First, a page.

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The Formula 1 landscape is changing rapidly amid the sport’s booming popularity.
American owners Liberty Media are keen to take races to exciting ‘destination cities’. Miami held its first race this year while Las Vegas will join the calendar in 2023. Qatar will return after missing out this year due to the World Cup while South Africa could enter the fray in 2023 for the first time in 30 years.
There is also talk of street races in London and Nice, with the calendar set to expand in the new few years. F1 will hold 22 races this year, one less than planned after the Russian Grand Prix was axed following the invasion of Ukraine.
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F1 CEO Stefano Domenicali says there would be enough interest to hold 30 races, although that would be unsustainable, with 24 a more realistic number. As a result, some of the most established races on the calendar could fall by the wayside, and quite soon.
Four of the tracks on the 2022 schedule are reportedly in the final year of their contracts and could potentially drop off the calendar. Daily Star Sport looks at which of those venues could be replaced and which ones will retain their spot…
Just a few years ago, this would have seemed unthinkable, but given the competition for places on the calendar, no venue is untouchable, even the most famous race of them all.
The tight nature of the track – and its facilities – and the size of the cars mean overtaking in the dry is virtually impossible. F1 wants to renegotiate its deal with the principality while there have been calls for the track to be altered to facilitate better racing.
Stay or go? There would be an outcry from traditionalists if Monaco was axed and, although the power seems to be in F1’s hands, it would be a bold and potentially divisive move. Monaco will probably keep its place, but only on the proviso that improvements are made.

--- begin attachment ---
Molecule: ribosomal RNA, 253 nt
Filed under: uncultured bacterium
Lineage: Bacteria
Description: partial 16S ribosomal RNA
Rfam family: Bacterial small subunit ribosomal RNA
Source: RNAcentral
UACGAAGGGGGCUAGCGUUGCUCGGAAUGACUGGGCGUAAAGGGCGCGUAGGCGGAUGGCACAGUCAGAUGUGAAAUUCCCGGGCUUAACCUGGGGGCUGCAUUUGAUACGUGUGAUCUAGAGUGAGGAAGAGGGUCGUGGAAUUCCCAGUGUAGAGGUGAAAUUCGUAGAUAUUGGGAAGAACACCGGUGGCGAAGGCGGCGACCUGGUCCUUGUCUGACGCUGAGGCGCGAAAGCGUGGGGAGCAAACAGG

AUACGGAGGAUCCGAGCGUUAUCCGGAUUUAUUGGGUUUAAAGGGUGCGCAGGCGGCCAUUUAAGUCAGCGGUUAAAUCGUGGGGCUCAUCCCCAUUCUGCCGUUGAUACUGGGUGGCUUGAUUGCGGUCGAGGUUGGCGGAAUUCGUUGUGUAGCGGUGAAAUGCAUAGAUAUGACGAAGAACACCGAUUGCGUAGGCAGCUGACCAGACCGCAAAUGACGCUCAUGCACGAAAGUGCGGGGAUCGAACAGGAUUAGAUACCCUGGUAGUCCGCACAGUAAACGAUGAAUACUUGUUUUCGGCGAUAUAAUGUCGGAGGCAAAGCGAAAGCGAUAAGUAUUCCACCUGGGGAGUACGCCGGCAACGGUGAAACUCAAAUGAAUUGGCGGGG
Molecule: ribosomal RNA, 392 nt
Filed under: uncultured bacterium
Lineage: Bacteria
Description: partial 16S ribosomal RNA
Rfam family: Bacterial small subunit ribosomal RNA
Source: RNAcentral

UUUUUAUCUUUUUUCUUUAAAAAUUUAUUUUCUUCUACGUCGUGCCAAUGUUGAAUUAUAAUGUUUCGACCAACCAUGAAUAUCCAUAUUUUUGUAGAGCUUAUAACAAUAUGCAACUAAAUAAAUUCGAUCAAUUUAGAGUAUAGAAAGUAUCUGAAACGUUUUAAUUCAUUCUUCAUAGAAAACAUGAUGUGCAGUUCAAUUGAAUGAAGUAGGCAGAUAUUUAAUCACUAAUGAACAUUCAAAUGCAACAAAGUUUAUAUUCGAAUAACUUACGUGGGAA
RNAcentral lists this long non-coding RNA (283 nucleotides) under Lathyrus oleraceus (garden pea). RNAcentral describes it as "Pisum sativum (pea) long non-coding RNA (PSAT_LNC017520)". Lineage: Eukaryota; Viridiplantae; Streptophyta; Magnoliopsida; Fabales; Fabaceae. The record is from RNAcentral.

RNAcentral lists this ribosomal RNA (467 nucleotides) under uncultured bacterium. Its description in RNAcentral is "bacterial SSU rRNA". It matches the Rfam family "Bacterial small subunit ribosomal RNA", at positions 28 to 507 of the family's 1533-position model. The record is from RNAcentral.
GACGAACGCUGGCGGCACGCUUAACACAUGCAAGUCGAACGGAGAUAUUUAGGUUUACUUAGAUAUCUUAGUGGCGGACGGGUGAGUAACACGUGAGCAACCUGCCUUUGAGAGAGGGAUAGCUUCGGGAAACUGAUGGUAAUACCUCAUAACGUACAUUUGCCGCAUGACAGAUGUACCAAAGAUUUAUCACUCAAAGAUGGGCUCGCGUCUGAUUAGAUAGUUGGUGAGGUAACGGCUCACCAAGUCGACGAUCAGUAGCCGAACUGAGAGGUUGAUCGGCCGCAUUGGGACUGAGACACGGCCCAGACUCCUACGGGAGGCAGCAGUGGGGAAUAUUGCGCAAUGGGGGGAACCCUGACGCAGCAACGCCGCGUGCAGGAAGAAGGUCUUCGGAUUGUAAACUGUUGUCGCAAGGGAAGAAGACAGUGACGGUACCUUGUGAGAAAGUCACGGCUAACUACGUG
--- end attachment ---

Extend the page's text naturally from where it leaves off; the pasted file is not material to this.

The wonderful Spa circuit is in the final year of its contract and the word is that it won’t be renewed by F1, who have concerns over the infrastructure surrounding the track.
Losing the race would disappoint drivers and the thousands of fans – mostly Max Verstappen followers – who flock to the circuit every year. There might be a glimmer of hope though, with talk that the Belgium Grand Prix could be retained on rotation basis.
Stay or go? It seems the best Spa can hope for is a semi-regular appearance on the calendar on rotation. Not ideal but better than nothing.
Paul Ricard, France
Next month’s French Grand Prix looks set to be the final one held at the Paul Ricard venue, which only rejoined the calendar in 2018. Logistical issues and a succession of dull races have led to its demise.
Stay or go? Paul Ricard looks like it has run its race, but we may still see a French Grand Prix in the future with F1 in talks with Nice over a street race.
Which circuits should be retained? Have your say in the comments section below.
Red Bull Ring, Austria
Of the aforementioned venues, it would be the biggest surprise if the Red Bull Ring was dropped. The cue is in the name of the circuit.
It was reported at the end of 2020 that the Spielberg track had signed a new multi-year contract. However, Motorsport.com has reported recently that the venue is in the final year of its contract.
Relations between the Red Bull Ring and F1 are strong though and the track hosted double-headers in 2020 and 2021 in the midst of the pandemic. It certainly has credit in the bank.
Stay or go? While the contract status of the race is unclear, the popular venue will almost certainly keep its place, and probably for many more years to come.
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